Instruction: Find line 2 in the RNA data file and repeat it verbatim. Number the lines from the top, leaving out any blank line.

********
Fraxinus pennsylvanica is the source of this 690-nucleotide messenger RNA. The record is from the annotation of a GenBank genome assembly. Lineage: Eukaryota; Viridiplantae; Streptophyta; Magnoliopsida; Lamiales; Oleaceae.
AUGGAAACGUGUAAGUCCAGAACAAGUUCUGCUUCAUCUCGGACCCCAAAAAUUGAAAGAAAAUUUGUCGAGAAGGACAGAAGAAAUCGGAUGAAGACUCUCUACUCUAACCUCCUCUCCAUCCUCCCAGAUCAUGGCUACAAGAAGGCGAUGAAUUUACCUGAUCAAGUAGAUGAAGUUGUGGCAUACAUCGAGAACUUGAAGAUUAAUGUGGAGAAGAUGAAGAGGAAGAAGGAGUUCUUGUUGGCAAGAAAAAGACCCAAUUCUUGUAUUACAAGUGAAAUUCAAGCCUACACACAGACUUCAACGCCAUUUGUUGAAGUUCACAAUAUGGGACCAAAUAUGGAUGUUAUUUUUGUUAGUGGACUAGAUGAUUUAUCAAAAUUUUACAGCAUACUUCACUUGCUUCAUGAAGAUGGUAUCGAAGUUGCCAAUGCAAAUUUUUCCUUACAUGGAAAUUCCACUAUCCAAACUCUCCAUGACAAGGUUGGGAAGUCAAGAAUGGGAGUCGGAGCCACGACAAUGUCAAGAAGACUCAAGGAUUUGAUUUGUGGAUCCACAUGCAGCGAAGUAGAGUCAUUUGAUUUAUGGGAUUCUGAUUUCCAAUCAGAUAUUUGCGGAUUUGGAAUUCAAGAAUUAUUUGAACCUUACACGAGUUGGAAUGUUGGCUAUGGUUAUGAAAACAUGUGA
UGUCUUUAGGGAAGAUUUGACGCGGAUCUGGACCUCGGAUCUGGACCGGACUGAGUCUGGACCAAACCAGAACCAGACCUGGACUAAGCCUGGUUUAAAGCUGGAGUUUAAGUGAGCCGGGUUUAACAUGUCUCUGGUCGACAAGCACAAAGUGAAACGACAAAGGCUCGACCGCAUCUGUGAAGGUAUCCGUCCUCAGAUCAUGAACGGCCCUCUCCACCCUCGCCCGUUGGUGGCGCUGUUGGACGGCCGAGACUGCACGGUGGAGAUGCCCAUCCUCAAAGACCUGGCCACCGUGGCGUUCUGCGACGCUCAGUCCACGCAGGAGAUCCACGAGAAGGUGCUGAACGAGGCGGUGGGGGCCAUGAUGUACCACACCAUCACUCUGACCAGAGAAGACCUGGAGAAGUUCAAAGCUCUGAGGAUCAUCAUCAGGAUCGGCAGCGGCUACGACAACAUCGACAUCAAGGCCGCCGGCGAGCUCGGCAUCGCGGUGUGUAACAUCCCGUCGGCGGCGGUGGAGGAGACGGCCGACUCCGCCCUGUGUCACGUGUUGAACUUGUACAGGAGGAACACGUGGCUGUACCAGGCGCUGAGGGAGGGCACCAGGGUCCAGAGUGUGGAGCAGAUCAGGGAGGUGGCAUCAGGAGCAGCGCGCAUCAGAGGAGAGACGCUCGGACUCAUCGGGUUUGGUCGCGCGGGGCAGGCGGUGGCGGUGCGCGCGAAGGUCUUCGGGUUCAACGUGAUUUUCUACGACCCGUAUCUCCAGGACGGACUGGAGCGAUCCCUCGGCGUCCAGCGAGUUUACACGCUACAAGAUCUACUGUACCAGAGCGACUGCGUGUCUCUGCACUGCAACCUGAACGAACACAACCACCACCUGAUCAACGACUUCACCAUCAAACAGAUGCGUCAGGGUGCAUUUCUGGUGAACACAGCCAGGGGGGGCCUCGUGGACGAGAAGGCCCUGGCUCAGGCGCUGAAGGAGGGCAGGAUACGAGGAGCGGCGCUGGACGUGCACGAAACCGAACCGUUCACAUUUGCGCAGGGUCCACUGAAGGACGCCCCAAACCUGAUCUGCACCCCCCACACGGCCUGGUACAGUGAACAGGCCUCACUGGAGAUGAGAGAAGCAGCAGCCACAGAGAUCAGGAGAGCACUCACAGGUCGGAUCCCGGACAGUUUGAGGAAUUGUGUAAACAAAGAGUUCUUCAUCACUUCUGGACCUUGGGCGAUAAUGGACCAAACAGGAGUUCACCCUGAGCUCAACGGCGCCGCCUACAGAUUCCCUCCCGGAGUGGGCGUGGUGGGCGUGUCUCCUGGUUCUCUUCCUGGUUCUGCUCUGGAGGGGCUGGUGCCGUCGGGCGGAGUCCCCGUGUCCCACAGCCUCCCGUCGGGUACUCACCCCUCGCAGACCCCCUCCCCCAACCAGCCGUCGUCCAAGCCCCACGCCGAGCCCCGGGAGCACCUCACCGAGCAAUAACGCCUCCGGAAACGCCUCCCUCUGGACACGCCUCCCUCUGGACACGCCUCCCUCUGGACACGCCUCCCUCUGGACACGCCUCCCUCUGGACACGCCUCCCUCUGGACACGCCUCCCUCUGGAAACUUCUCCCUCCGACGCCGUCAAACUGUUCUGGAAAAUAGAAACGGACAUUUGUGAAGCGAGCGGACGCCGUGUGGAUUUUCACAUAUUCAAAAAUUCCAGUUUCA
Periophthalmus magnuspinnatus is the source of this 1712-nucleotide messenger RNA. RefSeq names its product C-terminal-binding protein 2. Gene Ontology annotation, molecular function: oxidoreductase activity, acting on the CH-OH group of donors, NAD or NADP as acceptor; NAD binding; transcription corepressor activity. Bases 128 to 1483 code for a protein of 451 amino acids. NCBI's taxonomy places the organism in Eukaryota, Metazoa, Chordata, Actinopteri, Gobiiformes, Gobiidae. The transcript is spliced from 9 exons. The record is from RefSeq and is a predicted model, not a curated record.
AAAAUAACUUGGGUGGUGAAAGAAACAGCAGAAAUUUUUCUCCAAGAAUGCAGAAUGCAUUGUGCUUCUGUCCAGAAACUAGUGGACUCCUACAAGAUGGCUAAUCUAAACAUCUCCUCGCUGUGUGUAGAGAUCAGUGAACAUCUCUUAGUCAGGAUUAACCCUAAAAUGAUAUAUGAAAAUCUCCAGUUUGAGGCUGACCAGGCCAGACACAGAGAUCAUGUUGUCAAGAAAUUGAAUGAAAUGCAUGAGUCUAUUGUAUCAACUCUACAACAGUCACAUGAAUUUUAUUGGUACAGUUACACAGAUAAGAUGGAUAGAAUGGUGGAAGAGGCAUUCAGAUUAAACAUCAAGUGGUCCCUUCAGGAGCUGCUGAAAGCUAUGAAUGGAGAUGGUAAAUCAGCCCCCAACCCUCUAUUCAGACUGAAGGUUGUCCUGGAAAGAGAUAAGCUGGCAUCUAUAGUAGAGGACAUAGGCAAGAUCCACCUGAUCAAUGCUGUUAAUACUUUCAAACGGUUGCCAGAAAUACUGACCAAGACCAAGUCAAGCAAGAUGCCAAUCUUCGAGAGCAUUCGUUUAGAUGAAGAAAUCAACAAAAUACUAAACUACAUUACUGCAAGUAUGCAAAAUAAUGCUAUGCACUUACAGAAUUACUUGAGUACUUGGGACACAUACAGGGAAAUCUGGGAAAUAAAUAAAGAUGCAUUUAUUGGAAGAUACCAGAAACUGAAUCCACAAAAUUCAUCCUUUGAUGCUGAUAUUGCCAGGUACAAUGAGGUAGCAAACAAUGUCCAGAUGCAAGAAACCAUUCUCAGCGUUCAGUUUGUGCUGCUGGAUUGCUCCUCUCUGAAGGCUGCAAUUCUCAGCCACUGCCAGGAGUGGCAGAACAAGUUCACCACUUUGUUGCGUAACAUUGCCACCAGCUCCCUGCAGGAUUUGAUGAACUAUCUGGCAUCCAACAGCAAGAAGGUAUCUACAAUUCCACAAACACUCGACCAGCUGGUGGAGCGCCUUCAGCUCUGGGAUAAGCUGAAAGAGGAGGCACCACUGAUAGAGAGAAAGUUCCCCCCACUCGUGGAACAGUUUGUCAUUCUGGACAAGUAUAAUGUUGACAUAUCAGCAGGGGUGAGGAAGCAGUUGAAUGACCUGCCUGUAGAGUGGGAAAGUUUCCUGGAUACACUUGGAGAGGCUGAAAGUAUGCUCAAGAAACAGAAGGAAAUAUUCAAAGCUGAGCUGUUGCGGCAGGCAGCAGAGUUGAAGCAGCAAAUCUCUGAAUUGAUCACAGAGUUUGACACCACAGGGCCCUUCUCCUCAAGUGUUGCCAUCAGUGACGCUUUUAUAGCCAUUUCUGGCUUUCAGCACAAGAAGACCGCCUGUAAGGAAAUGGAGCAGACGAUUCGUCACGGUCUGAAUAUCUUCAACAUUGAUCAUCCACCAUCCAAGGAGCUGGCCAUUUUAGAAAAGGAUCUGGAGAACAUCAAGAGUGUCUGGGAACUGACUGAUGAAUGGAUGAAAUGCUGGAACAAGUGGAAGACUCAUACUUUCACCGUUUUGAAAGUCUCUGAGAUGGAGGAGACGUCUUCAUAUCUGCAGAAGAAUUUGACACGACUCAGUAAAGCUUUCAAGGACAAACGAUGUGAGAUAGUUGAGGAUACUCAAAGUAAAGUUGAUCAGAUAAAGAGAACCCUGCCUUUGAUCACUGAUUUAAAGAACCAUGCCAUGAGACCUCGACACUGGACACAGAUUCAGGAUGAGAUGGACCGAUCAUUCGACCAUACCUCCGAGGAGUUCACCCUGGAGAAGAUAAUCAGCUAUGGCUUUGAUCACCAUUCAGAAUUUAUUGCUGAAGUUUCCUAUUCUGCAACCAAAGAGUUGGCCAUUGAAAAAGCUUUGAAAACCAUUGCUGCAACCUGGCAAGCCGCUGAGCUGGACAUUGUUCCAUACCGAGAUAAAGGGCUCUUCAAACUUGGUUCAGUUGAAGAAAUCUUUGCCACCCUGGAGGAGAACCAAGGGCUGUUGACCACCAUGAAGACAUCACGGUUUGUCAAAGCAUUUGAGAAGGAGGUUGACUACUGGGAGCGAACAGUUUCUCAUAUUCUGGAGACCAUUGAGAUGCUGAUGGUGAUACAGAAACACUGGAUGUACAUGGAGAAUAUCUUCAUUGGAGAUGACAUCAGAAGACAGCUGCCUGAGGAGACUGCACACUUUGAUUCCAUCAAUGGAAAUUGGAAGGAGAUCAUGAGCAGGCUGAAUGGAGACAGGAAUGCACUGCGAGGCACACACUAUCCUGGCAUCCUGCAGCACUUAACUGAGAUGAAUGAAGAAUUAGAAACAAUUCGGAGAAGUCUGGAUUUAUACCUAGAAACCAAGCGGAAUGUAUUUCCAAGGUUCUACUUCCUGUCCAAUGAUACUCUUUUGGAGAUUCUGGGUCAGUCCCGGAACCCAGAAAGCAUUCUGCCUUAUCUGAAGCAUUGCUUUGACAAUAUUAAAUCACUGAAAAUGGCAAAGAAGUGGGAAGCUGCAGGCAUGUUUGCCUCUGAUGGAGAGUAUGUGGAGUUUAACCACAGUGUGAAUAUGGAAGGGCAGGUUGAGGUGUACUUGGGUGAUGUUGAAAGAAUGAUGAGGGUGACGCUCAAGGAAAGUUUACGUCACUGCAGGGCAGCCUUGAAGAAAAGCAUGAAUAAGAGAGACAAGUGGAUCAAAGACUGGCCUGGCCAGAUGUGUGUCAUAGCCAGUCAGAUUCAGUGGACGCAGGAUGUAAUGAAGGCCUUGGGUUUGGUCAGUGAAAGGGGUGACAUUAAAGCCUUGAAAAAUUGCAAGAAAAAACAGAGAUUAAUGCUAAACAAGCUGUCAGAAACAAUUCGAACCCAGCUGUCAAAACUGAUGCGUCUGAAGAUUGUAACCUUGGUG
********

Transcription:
AUGGAAACGUGUAAGUCCAGAACAAGUUCUGCUUCAUCUCGGACCCCAAAAAUUGAAAGAAAAUUUGUCGAGAAGGACAGAAGAAAUCGGAUGAAGACUCUCUACUCUAACCUCCUCUCCAUCCUCCCAGAUCAUGGCUACAAGAAGGCGAUGAAUUUACCUGAUCAAGUAGAUGAAGUUGUGGCAUACAUCGAGAACUUGAAGAUUAAUGUGGAGAAGAUGAAGAGGAAGAAGGAGUUCUUGUUGGCAAGAAAAAGACCCAAUUCUUGUAUUACAAGUGAAAUUCAAGCCUACACACAGACUUCAACGCCAUUUGUUGAAGUUCACAAUAUGGGACCAAAUAUGGAUGUUAUUUUUGUUAGUGGACUAGAUGAUUUAUCAAAAUUUUACAGCAUACUUCACUUGCUUCAUGAAGAUGGUAUCGAAGUUGCCAAUGCAAAUUUUUCCUUACAUGGAAAUUCCACUAUCCAAACUCUCCAUGACAAGGUUGGGAAGUCAAGAAUGGGAGUCGGAGCCACGACAAUGUCAAGAAGACUCAAGGAUUUGAUUUGUGGAUCCACAUGCAGCGAAGUAGAGUCAUUUGAUUUAUGGGAUUCUGAUUUCCAAUCAGAUAUUUGCGGAUUUGGAAUUCAAGAAUUAUUUGAACCUUACACGAGUUGGAAUGUUGGCUAUGGUUAUGAAAACAUGUGA